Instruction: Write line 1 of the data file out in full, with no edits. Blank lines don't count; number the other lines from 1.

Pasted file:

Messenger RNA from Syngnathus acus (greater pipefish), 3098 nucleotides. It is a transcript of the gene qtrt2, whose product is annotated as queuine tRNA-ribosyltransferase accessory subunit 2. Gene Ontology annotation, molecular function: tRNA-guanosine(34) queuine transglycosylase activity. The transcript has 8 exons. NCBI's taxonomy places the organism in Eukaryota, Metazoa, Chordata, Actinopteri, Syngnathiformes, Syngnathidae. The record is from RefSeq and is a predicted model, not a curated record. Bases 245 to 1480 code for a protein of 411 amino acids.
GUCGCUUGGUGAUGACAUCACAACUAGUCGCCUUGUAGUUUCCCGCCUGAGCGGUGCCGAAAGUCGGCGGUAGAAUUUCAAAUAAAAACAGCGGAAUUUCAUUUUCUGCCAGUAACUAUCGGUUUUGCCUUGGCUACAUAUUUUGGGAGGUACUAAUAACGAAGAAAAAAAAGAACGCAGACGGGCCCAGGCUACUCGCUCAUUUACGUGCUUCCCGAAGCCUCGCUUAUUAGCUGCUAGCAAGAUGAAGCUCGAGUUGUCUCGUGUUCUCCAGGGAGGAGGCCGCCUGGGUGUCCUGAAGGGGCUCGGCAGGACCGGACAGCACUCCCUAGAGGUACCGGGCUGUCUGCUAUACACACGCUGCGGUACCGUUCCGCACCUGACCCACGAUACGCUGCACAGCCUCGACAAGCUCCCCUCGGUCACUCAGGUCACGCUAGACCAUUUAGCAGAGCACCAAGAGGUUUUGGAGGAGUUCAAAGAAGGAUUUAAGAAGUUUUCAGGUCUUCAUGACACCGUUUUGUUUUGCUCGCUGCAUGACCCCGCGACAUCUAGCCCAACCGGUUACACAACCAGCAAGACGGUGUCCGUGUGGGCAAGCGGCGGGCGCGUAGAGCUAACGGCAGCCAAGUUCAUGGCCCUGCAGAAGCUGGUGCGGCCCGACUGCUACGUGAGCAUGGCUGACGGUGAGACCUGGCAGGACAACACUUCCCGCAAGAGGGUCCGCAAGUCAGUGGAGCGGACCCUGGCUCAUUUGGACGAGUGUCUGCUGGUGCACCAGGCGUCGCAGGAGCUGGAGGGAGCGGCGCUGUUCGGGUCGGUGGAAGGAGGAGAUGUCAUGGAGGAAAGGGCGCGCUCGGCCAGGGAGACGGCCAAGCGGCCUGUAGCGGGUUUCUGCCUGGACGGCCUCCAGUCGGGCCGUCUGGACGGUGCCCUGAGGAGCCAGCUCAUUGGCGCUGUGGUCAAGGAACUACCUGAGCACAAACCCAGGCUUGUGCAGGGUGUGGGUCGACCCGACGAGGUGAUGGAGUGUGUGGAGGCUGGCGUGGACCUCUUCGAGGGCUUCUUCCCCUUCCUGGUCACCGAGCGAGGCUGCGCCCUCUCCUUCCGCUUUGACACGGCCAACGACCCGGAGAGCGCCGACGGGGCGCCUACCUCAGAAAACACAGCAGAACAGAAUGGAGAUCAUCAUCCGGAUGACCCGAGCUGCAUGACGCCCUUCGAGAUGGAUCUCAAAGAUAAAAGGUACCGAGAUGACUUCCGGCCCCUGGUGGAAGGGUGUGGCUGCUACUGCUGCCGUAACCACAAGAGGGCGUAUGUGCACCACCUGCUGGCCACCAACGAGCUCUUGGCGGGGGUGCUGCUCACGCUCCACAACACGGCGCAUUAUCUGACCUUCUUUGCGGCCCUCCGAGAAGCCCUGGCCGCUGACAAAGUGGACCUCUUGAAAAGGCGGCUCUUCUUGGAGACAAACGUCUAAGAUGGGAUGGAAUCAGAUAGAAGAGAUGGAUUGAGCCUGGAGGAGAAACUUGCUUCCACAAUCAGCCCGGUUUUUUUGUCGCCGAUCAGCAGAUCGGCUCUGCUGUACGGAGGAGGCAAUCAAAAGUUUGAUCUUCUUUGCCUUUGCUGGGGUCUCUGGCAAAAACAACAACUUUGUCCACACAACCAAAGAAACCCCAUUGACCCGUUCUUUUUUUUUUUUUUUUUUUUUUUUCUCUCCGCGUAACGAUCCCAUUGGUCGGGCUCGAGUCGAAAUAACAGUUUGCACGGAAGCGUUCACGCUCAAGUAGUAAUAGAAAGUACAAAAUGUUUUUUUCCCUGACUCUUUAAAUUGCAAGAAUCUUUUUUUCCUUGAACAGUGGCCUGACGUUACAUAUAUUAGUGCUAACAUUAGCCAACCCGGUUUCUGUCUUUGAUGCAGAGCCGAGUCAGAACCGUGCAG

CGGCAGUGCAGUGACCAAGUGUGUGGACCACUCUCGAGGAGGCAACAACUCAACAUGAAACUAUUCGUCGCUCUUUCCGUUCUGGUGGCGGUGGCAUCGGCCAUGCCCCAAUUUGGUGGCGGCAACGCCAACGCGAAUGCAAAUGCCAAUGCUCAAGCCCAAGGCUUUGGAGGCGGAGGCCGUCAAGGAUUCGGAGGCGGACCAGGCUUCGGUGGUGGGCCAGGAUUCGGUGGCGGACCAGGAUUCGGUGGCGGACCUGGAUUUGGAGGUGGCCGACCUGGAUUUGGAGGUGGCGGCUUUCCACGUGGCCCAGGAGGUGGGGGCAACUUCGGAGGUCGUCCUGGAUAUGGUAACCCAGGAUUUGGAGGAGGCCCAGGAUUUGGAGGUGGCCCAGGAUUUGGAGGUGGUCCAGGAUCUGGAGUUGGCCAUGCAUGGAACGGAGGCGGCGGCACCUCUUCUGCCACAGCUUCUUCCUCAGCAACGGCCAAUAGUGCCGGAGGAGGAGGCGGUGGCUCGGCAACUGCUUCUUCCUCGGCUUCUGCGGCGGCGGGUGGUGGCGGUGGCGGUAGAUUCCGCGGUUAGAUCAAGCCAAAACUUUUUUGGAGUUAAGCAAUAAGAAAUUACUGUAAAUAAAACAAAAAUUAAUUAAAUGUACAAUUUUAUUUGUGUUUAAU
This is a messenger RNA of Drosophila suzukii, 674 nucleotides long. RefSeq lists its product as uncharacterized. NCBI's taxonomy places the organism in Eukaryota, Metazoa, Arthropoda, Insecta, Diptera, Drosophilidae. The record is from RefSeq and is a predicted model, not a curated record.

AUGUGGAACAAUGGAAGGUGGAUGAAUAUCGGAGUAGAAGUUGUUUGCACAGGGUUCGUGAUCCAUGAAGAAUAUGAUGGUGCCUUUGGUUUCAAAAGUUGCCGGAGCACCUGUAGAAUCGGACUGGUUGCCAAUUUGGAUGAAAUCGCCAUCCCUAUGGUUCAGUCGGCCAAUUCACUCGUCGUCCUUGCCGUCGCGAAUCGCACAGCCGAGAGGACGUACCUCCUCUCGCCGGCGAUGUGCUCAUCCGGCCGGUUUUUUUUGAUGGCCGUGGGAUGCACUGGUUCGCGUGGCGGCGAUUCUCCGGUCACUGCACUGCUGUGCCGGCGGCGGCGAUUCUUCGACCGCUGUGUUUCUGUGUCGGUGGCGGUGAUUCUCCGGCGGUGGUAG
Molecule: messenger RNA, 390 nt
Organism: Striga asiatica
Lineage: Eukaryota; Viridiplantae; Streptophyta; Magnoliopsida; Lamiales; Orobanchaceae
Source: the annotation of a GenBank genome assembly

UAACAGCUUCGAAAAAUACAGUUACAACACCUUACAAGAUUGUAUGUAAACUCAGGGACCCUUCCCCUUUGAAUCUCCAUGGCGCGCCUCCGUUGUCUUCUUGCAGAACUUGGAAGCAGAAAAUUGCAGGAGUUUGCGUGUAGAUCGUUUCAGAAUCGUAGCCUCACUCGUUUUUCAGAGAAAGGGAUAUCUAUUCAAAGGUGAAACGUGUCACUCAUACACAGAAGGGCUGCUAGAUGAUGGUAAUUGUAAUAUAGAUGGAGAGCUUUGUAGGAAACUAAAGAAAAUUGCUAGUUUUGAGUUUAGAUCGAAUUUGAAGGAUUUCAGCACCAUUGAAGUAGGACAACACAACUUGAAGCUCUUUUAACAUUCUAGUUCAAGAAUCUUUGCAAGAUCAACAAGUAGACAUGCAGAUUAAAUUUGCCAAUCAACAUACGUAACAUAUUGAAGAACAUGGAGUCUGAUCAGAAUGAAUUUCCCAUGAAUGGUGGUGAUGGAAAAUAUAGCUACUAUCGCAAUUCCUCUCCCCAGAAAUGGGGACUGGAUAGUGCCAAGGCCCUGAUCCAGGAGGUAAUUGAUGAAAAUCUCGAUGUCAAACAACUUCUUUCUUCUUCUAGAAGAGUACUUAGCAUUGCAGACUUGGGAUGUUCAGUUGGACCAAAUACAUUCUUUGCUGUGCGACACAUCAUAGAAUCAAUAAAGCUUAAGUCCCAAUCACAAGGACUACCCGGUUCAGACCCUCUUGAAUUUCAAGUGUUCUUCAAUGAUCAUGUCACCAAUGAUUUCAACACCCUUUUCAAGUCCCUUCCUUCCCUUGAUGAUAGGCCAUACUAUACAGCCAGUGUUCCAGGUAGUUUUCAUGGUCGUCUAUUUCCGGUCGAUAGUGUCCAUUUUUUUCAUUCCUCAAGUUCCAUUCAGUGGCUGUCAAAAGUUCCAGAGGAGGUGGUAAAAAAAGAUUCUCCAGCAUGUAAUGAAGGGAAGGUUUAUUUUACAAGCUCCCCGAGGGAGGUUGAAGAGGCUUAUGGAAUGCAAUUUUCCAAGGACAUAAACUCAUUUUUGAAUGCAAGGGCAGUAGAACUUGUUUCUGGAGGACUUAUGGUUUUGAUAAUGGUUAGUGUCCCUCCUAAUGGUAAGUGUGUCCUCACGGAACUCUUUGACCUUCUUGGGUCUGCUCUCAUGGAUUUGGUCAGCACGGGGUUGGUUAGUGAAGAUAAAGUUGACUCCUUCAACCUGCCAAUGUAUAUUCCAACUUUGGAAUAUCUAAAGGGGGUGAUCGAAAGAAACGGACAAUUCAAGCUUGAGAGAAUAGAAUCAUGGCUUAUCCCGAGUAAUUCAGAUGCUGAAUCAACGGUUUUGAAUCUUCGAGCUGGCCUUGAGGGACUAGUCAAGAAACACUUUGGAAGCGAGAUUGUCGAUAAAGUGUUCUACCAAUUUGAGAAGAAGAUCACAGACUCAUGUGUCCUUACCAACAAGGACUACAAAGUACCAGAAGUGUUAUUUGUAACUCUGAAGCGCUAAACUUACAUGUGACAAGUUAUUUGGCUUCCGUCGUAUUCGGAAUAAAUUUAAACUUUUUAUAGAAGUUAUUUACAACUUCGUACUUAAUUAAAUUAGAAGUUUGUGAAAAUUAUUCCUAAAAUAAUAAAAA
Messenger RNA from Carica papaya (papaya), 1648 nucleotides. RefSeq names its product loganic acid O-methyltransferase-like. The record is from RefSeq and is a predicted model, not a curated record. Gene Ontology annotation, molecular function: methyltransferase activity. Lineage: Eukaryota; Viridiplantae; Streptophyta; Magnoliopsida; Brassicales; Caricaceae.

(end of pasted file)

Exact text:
Messenger RNA from Syngnathus acus (greater pipefish), 3098 nucleotides. It is a transcript of the gene qtrt2, whose product is annotated as queuine tRNA-ribosyltransferase accessory subunit 2. Gene Ontology annotation, molecular function: tRNA-guanosine(34) queuine transglycosylase activity. The transcript has 8 exons. NCBI's taxonomy places the organism in Eukaryota, Metazoa, Chordata, Actinopteri, Syngnathiformes, Syngnathidae. The record is from RefSeq and is a predicted model, not a curated record. Bases 245 to 1480 code for a protein of 411 amino acids.